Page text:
The five-year, $30 billion proposal would provide treatment for about 2.5 million people infected with the disease and preventive measures for about 12 million others. The initiative, approved by Congress in 2003 at $15 billion, operates in 15 countries in sub-Saharan Africa, Asia and the Caribbean.
"Our compassion should be manifested in helping people who suffer from disease and hunger," Bush said Thursday in an interview with USA TODAY. "We have a strategy that's working. It is to support a strategy that has made a difference in over a million people's lives in a relatively quick period of time."
That effort will be on display next month when the president travels to five African democracies, including Rwanda, a nation wracked by civil war and genocide in the 1990s. Bush also will visit Tanzania, Ghana, Liberia and Benin during a six-day trip from Feb. 15-21.-------------------------
So what does this mean?
The ONE Campaign has issued this statement, which includes a lot of great information on what our government is currently doing:
President Bush, along with Democratic and Republican leaders in Congress, should be proud of the successes in the fight against HIV/AIDS, global disease and extreme poverty in the world's poorest countries and particularly in Africa. Today, two million people are receiving life-saving anti-retroviral drugs thanks to the generosity of Americans.
"The results are in: funding efforts like the President's Emergency Plan for AIDS Relief (PEPFAR), The Global Fund to Fight AIDS, Tuberculosis and Malaria, President's Malaria Initiative (PMI) and Millennium Challenge Corporation has proven to be money well spent, an effective investment not only in saving lives in poor countries, but also in promoting the goodwill and generosity of America around the world.
"We now have an opportunity, for the first time, to build on that success. While we continue our fight against AIDS and malaria, we can take these strategies and scale up efforts in expanding clean water and education to help the world's poorest people beat global poverty. Fulfilling our commitment to the Millennium Development Goals will help secure the future and stability of both America and the world's poorest countries. President Bush has requested a ten to 12 percent increase for International Affairs in past years, a similar increase for the 2009 budget dedicated to these proven programs and core development and humanitarian accounts will ensure that America continues to lead the world in this fight. As President Bush prepares to travel to Africa next month to see the achievements of these initiatives, ONE hopes that he will use the State of the Union to highlight the historic and bipartisan progress America has made in helping to combat crippling disease and poverty."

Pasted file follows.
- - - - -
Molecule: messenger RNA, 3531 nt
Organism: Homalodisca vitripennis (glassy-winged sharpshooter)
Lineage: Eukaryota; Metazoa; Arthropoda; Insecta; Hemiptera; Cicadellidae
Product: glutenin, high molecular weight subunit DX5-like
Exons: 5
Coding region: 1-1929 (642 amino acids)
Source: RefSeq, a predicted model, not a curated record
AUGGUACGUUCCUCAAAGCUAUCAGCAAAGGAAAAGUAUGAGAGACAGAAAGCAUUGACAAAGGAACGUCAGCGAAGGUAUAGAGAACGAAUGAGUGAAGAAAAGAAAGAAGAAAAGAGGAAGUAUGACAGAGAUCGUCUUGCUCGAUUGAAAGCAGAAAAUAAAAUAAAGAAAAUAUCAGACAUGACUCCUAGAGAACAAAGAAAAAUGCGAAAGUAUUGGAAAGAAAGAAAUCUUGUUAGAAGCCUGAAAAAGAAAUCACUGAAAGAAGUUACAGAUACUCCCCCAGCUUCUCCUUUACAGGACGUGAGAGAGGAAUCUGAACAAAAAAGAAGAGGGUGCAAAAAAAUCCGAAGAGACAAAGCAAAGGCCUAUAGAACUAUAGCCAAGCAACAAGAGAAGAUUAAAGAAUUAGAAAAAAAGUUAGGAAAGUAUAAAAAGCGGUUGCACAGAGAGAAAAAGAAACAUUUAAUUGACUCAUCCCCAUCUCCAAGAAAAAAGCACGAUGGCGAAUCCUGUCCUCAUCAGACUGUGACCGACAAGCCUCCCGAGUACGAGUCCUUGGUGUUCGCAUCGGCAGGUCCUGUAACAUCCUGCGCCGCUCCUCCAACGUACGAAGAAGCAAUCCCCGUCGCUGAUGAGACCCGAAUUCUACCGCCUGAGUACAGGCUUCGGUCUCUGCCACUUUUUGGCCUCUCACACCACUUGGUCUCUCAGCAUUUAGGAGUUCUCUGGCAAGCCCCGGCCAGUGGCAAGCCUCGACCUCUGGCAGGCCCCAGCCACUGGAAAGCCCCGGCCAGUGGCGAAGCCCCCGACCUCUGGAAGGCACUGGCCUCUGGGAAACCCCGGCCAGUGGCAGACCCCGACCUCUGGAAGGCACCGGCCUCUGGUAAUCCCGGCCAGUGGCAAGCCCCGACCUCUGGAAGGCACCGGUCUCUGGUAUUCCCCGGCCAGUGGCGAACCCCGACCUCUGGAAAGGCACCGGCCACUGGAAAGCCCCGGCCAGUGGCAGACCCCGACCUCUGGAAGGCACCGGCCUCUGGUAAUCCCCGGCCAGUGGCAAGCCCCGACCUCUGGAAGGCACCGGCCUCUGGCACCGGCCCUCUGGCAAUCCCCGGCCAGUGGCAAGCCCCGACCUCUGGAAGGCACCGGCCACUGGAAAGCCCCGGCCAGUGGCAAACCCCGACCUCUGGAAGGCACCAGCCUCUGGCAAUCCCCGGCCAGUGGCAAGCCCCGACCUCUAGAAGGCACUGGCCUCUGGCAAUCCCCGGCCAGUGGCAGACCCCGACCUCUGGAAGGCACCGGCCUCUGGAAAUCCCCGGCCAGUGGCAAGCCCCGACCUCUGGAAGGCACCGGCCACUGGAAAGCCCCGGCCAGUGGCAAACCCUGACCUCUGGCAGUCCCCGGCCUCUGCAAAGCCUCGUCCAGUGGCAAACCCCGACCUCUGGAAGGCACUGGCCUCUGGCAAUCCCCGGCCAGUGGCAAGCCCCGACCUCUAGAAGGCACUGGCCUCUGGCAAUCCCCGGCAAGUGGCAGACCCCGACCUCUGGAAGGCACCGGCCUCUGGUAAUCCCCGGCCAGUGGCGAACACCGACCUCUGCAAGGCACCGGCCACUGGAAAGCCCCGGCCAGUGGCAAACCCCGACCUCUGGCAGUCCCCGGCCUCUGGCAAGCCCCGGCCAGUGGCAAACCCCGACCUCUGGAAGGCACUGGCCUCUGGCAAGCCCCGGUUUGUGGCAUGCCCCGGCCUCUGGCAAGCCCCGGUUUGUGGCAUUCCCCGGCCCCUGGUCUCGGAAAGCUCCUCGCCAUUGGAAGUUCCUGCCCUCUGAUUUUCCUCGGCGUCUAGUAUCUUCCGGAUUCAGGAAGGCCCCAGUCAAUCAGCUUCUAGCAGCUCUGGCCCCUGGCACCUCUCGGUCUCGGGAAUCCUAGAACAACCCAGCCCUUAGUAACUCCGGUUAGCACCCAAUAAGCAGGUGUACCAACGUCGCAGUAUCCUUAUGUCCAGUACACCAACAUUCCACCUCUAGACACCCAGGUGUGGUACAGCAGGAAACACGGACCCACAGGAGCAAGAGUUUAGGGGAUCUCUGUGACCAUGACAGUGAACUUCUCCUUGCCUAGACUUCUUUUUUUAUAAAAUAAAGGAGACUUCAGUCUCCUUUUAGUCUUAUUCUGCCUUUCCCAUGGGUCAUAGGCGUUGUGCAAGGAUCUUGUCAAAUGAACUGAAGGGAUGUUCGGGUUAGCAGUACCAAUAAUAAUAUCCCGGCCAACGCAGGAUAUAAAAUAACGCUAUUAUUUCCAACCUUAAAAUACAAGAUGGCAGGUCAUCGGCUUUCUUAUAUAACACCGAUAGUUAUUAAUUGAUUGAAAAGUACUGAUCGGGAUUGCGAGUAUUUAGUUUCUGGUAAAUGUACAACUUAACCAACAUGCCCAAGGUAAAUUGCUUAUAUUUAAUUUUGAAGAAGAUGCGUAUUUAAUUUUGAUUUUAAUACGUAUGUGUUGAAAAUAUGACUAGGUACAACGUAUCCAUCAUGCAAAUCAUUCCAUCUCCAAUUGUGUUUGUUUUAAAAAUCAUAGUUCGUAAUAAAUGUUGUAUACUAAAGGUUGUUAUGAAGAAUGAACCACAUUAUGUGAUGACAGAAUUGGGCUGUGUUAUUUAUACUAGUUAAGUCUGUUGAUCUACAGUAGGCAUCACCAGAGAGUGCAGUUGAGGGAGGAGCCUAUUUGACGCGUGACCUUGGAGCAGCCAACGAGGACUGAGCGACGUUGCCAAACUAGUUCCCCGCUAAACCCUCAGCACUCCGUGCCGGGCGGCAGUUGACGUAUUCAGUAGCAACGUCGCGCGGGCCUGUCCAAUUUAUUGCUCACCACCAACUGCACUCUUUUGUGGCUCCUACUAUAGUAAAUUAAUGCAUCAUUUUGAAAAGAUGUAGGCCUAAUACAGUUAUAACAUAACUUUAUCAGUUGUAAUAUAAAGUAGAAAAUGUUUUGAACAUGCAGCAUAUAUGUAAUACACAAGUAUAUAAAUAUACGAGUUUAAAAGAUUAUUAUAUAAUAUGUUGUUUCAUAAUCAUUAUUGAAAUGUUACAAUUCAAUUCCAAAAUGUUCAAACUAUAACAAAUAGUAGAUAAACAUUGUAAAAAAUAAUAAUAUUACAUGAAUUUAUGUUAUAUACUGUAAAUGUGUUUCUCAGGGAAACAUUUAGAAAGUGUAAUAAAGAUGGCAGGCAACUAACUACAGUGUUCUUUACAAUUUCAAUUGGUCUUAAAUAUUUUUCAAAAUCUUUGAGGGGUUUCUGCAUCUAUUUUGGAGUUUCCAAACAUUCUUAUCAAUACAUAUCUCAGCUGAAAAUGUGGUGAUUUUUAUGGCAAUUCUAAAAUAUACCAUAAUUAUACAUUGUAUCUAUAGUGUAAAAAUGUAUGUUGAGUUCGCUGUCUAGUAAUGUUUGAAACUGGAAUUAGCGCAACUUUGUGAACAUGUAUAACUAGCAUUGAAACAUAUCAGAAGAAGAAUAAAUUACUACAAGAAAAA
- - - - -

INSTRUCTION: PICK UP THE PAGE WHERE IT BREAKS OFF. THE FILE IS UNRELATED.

President's Emergency Plan for AIDS Relief (PEPFAR)
Built on bipartisan Congressional initiatives, the President's Emergency Plan for AIDS Relief, a five year, $15 billion initiative to combating HIV/AIDS in an effort to reach two million people with life saving antiretroviral treatment, prevent seven million new infections and care for ten million in need, has been enormously successful. Already, as of September 2007, PEPFAR has supported 1.4 million people with life saving anti-retroviral treatment, provided care for 6.7 million (including 2.7 million orphans and vulnerable children), provided services to prevent the transmission of the HIV virus from mother to child for ten million pregnancies and more than 30 million voluntary counseling and testing services. This year, the U.S. will consider key legislation to reauthorize PEPFAR for 2009-2013.
(EGR note - For more information on PEPFAR, go to its official website. Here is also the Wikipedia site, which (if you scroll down), contains the salient criticisms of it -- including a provision that 1/3 of all funds go to abstinence only programs and its refusal to support needle exchange programs.)
Global Fund to Fight AIDS, TB and Malaria
The Global Fund has supported programs that have saved the lives of more than two million people who would have died from HIV/AIDS, tuberculosis and malaria. The Global Fund has provided ARV treatment for 1.4 million people, DOTS treatment for tuberculosis to 3.3 million people, 46 million insecticide treated nets to protect families from malaria and 44 million malaria treatments. To date, the United States has contributed 28% of funding to the Global Fund.
Bilateral Malaria Funding
On June 30, 2005, President Bush announced the President's Malaria Initiative (PMI), a new commitment to spend an additional $1.2 billion between 2005 and 2010 and cut deaths related to malaria by 50% in 15 focus countries in Africa. As of November 2007, PMI has reached distributed 2.3 million insecticide treated bed nets, procured 15 million treatments and conducted indoor residual spraying to benefit five million in need.
Millennium Challenge Account
Created in 2003, the Millennium Challenge Account (MCA) is designed to reward democratic countries dedicated to fighting corruption and poverty while at the same time creating an incentive for other countries to qualify in the future. The MCA is focused specifically on supporting programs that reduce poverty by fueling sustainable economic growth through market-based investments in areas such as agriculture, education, private sector development, health and capacity building. A unique feature of the MCA is the fact that the countries themselves are responsible for identifying the greatest barriers to their own development.
ONE is a grassroots effort by millions of Americans working with more than 150 of the nation's leading relief, humanitarian and advocacy organizations to rally Americans -- ONE by ONE -- to fight the emergency of global disease and extreme poverty. For more information, please visit ONE.org.